“Over time, Republicans here have seen the Republican Party completely lose sight of the compassionate portion of that,” Scholten said. “In my district, my openness about my faith has been refreshing to a lot of people. They see what has happened to faith in politics on the other side, and they’ve been really really eager to see something new and different.”
Scholten is pushing her party to take devoutly religious voters seriously and not concede the faith and freedom lane to Republicans. She says her perspective as a devout person of faith is “deeply missing from the Democratic Party today.”
“Our biggest mistake has been completely giving up that lane of faith,” Scholten said. “That’s why I joke so often, ‘Just a reminder, people go to church.’ When I go to the prayer breakfast, it’s basically me, Lucy McBath and Ted Lieu who are the only ones there on the Democratic side. We just need to be engaging more on this issue — faith and freedom are so inextricably linked.”
Christians of color now constitute the largest subgroups within the Democratic Party. Black Protestants overwhelmingly vote Democratic and have far different views and priorities than White Protestants. But while the share of Americans overall identifying as White Christians has steadily declined, the fall has been particularly stark within the Democratic Party: Between 2006 and 2022, Christians went from making up 85 percent to 62 of the Democratic Party coalition, a 23-point drop, compared with just a nine-point decrease within the GOP, from 94 to 85 percent, according to the Pew Research Center and the Public Religion Research Institute (PRRI).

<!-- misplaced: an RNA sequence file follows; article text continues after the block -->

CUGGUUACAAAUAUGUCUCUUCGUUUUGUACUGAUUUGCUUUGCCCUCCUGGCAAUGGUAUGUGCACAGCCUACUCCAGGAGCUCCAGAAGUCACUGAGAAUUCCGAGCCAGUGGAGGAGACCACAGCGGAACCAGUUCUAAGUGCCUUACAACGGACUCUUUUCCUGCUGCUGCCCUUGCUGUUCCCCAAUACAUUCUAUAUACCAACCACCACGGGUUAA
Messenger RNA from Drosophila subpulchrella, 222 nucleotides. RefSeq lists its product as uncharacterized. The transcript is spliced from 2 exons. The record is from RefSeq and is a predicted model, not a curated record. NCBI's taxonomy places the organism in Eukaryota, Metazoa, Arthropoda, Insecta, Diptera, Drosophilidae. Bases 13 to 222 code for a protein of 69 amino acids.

The share of White evangelical Protestants within the Democratic coalition has plummeted from 17 percent in 2006 to 4 percent in 2022, making Scholten part of a shrinking minority.
Though just 14 percent of Americans identify as White evangelicals, they remain a powerful interest group “punching above their weight” in conservative politics in shaping both the political discourse and policy on LGBTQ+ issues and abortion rights, said Melissa Deckman, the CEO of PRRI.
Deckman said Democrats will face “strong headwinds” trying to win back White evangelicals at the national level but could gain ground among what she called the “neglected middle” of White non-evangelical Protestants and Catholics.
“I think you could pull off some religious voters who maybe are more of the swing constituency in presidential elections,” she said. “I just don’t see it happening with White evangelicals anytime soon.”
President Joe Biden, a practicing Catholic, has framed his reelection campaign on a message of bolstering economic and personal freedom. Religious Latinx voters are also a critical swing constituency in 2024. Both political parties will fight to win over Hispanic Catholics and Protestants, most of whom identify as independents or Democrats.
The state of Michigan, which Biden carried in 2020, will again be crucial to his chances of winning a second term. Both Scholten’s youth and population shifts within Michigan from the East to the West side of the state, Smidt said, could make her a key figure in Democratic politics for years to come.
“There’s a lot of opportunities for her — she could be a fairly unifying figure,” Smidt said. “I think she has a potentially bright future ahead of her.”
Scholten has linked faith and freedom with her advocacy for gun safety legislation and abortion rights in Congress, frequently invoking parental rights and the sanctity of life to argue against abortion restrictions.
Scholten believes above all, Democrats shouldn’t attempt to monopolize religious voters or to claim their political agenda best serves a particular religious end, but instead, make space within the party for all voters’ individual relationships with their faith.
“I think one way that Democrats have really gone astray is by responding to the Republican message of ‘this is what the Bible says we should do’ by saying, ‘no, this is what the Bible says we should do, it’s the exact opposite’ in trying to claim a political end for Jesus,” she said. “And I say all the time: Jesus was not a Republican or a Democrat. Nobody gets to claim him. He’s nobody’s Jesus, because he’s everybody’s.”